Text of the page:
Student Success: Student Success: Justin Gage
Growing up, Justin was fascinated with his father’s old SLR camera. Twenty years later and working in the fashion industry, he finally decided to dive into the world of photography himself. After studying at NYIP, Gage was able to participate in shoots as not only a creative director and stylist, but as a photographer and visual artist himself. We recently got in touch with Justin to share insight on the industry and to see where his career has taken him since.
1. When did you realize that photography was the field you wanted to pursue?
When I was a kid my dad had an old, leather-cased SLR and I thought there was almost something mythical about it. But it felt so unaccessible to me.
In my early twenties, I was working on custom fashion design for clients- unique pieces. Since I didn't always have inventory on hand, I started hiring models and photographers to make a catalogue of my designs before they were delivered. The exposures were correct but there was something that always felt slightly off about the shots. So instead of hiring a photographer, one time I decided to buy a camera and shoot the stuff myself. The quality of the first images may have been far lower than the ones I hired photographers for, but the feeling was there- so really my style and skills were first developed as a consumer myself that had that need.
2. When (and why) did you enroll at NYIP?
It was my Christmas present last year. I had been looking at different photography courses because my business really started picking up, but it was becoming a routine of doing the same type of portraits over and over again. I wanted to have the academic challenge to push me towards things I was not yet doing, or maybe to confirm some things I had discovered by experience.
3. What was your coursework like?
It's great to be able to study when and where and as much or as little as possible. Sometimes I would knock out a unit in a week, and on others I would spend a couple months. The important thing for me was at least to log on and do SOMETHING regularly to practice and improve.
4. Was your mentor helpful during the process?
The mentor system is brilliant. It brings a personal human contact to the curriculum. My mentor was always encouraging, but always also challenging me to do better and always giving me tips to improve a shot even if she absolutely loved it. And growing is so important to me- it's great to feel pride when you look at your work, but it's even more rewarding when you push yourself to be better next time.
5. How did you get started with a real-world career?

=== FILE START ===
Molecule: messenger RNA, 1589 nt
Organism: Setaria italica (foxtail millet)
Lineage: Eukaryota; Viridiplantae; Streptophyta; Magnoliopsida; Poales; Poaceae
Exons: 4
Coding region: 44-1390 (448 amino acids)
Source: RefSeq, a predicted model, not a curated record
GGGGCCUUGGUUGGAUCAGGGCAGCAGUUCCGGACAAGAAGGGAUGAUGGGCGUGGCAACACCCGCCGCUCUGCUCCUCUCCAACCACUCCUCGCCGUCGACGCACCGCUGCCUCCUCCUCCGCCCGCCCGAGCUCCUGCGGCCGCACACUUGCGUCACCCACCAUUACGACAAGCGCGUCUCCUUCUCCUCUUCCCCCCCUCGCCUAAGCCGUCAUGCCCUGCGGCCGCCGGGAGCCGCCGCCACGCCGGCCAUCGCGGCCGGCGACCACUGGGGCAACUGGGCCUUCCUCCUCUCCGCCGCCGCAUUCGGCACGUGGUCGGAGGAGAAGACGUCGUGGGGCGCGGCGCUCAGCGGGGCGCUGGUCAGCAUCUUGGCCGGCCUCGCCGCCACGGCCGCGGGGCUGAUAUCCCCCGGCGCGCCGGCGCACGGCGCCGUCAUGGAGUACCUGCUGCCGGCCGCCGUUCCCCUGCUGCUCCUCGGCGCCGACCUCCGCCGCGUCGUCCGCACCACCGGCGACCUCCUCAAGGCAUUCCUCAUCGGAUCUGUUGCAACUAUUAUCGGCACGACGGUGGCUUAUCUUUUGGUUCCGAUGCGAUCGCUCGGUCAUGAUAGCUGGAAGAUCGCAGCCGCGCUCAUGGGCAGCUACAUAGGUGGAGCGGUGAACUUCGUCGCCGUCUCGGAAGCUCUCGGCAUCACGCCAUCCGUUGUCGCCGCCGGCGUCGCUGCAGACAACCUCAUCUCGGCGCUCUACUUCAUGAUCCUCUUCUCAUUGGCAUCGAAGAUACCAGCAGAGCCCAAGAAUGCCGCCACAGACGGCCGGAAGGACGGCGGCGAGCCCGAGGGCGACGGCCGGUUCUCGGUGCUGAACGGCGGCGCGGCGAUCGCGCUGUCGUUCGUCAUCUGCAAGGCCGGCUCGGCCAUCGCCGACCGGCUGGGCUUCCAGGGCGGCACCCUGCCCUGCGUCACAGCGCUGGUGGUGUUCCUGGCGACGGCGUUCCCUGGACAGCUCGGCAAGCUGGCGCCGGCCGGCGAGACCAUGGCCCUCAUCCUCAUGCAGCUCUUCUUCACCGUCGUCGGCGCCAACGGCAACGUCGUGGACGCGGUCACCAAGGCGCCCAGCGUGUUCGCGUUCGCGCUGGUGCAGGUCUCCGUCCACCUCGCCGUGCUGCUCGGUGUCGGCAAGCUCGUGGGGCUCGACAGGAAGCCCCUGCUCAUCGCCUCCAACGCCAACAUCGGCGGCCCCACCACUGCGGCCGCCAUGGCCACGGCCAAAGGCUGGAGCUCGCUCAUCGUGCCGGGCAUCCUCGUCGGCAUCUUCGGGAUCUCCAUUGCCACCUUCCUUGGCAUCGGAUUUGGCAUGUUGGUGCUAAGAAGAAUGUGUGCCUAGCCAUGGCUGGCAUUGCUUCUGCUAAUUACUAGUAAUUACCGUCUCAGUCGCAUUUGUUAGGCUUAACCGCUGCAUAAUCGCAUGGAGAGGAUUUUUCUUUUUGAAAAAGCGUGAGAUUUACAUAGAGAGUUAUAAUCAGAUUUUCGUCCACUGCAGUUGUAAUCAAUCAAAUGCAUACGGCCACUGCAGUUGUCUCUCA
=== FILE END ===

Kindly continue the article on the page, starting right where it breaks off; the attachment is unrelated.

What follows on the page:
I would assist other photographers and talk to guys who really knew their stuff and were successful before going “all in” I did a realistic assessment of myself and custom-tailored some realistic goals. One of my first paying jobs was in a park. I was working for minimum wages, but my goal was to get pay stubs that said photographer on them.
6. What do you always carry with you in your camera bag?
It really depends on the job, but one thing I use a lot for my commercial portraiture clients is my remote camera trigger. These clients are usually business owners or upper management and are not used to being photographed. Taking the camera out of the equation usually really helps to make them feel way more comfortable.
I’m also really big on networking too, so I usually bring along a mountain of business cards. The cameras and lenses will change depending the location and assignment, but I always have a pen and notepad since I spend a lot of time on planes and trains. I also always have my Sekonic L-308B II with me.
7. What did you learn in your first years as a working professional that you wish you could’ve learned at NYIP?
I think it's easy to see the world through rose colored glasses when you are reading things in a course, but there is a huge part of photography that has to be experienced for yourself. I really don't think there is a golden formula for workflow, pricing, client outreach, etc.
NYIP is great about giving guidelines- but then these guidelines are tools, and like any other tool, it’s up to the craftsmen as to how he or she will use tit. When you are first starting out, it's easy to carbon copy what you saw in the courses, or on Facebook or on Model mayhem, but really what you should be doing is figuring out how you are going to set yourself apart, and that's a leap of faith in yourself... which artists are usually not good at.
8. Tell us everything about Justin Gage Photo Studio!
Most of our clients are based in Monaco. From the beginning, when we moved over we wanted to focus on serving the English speaking communities on the Riviera (even though within the team we speak 6 languages fluently).